EU privacy verdict on Google set for new year

Data D-Day

European data watchdogs will deliver their judgement on whether Google's data warehousing policies are violating privacy laws in the new year.

Reuters reports an official from the Article 29 Working Group said yesterday: "We have written to Google to say that we are continuing our work, that it is not limited to Google, and that we will adopt an opinion at the beginning of 2008.".

The probe was launched in May, and expanded to cover the other main search engines in June.

Google aimed to head off European criticism of its policies by cutting the period before it anonymises search logs from two years to 18 months.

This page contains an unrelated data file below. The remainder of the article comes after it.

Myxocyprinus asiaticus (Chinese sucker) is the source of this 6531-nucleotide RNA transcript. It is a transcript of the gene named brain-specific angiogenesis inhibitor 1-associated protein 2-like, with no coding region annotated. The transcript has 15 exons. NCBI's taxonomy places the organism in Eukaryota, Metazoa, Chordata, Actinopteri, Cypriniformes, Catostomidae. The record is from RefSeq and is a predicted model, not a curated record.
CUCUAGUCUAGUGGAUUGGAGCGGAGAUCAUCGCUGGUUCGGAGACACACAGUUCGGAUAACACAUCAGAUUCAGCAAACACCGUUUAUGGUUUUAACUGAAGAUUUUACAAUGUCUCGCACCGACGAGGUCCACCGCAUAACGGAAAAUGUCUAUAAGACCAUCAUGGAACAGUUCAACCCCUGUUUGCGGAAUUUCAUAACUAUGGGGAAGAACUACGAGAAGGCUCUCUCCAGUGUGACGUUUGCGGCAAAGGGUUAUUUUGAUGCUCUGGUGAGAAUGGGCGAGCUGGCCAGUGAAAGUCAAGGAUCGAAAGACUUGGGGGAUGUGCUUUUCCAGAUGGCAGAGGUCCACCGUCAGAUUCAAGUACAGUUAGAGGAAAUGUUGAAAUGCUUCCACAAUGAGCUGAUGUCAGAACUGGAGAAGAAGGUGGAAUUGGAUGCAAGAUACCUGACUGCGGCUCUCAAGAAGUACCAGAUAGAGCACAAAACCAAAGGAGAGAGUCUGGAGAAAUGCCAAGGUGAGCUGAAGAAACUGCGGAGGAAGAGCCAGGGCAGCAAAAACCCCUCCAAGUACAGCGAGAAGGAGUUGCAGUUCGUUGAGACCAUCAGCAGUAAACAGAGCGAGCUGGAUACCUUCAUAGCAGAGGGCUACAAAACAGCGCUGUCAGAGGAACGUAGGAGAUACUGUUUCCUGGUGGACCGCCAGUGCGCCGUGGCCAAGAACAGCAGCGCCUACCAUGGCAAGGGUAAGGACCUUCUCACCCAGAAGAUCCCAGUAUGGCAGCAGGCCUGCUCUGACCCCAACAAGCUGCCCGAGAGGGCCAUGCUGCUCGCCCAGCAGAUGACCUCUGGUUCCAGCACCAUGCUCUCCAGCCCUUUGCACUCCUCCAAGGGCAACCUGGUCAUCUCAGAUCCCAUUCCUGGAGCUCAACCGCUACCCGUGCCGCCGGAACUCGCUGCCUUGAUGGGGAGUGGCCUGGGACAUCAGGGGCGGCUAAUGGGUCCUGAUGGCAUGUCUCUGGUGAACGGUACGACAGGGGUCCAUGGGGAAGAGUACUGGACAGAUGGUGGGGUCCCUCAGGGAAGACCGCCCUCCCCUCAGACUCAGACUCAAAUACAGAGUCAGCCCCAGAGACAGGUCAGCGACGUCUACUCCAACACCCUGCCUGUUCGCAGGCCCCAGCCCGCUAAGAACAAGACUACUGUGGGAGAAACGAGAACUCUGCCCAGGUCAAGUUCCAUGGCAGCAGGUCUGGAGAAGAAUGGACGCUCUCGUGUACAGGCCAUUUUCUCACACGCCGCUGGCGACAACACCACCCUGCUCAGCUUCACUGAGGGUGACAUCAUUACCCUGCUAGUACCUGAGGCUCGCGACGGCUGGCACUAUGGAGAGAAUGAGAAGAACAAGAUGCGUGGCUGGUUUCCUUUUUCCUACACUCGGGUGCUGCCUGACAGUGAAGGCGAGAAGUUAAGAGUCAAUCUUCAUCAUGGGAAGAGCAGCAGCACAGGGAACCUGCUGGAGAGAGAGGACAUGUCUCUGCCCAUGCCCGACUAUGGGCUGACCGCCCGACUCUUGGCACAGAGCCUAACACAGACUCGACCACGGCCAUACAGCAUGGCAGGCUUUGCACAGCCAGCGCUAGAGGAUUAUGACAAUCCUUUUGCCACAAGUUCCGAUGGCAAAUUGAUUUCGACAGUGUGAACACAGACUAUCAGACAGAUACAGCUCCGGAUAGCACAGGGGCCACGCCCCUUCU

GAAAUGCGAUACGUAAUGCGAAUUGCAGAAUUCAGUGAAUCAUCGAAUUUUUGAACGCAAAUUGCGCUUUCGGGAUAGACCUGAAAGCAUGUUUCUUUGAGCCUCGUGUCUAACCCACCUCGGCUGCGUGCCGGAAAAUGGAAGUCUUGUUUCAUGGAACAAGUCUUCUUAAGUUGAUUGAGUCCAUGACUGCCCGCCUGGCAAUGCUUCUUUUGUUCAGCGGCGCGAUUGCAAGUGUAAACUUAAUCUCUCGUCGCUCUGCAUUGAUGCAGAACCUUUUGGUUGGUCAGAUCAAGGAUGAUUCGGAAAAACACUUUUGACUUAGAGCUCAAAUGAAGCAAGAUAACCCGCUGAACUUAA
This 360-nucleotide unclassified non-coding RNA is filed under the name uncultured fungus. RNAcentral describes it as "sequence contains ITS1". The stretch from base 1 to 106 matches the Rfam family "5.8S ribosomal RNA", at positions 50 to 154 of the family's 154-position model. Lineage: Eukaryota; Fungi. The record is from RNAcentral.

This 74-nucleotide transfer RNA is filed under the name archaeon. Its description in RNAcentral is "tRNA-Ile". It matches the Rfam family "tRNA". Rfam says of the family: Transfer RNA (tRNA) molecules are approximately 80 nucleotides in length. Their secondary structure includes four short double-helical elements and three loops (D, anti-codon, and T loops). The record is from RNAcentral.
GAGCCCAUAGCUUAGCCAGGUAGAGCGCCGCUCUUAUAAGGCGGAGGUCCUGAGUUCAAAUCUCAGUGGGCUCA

By comparison, AOL anonymises after 30 days, and Ask.com offers a version of its search that doesn't retain any user data at all.

After its pre-emptive strike. Google's privacy lawyer Peter Fleischer began playing down the Working Group's opinion, emphasising that the Data Retention Directive it is investigating under covers only public databases.

In July he said: "It's interesting to me to hear what an official from the data protection world thinks about data retention, but it's like asking somebody who works for the railroad what they think of airline regulation. It's just not their field."

The Article 29 Working Group provides the European Commission with independent advice on data privacy, but has no powers of its own. ®

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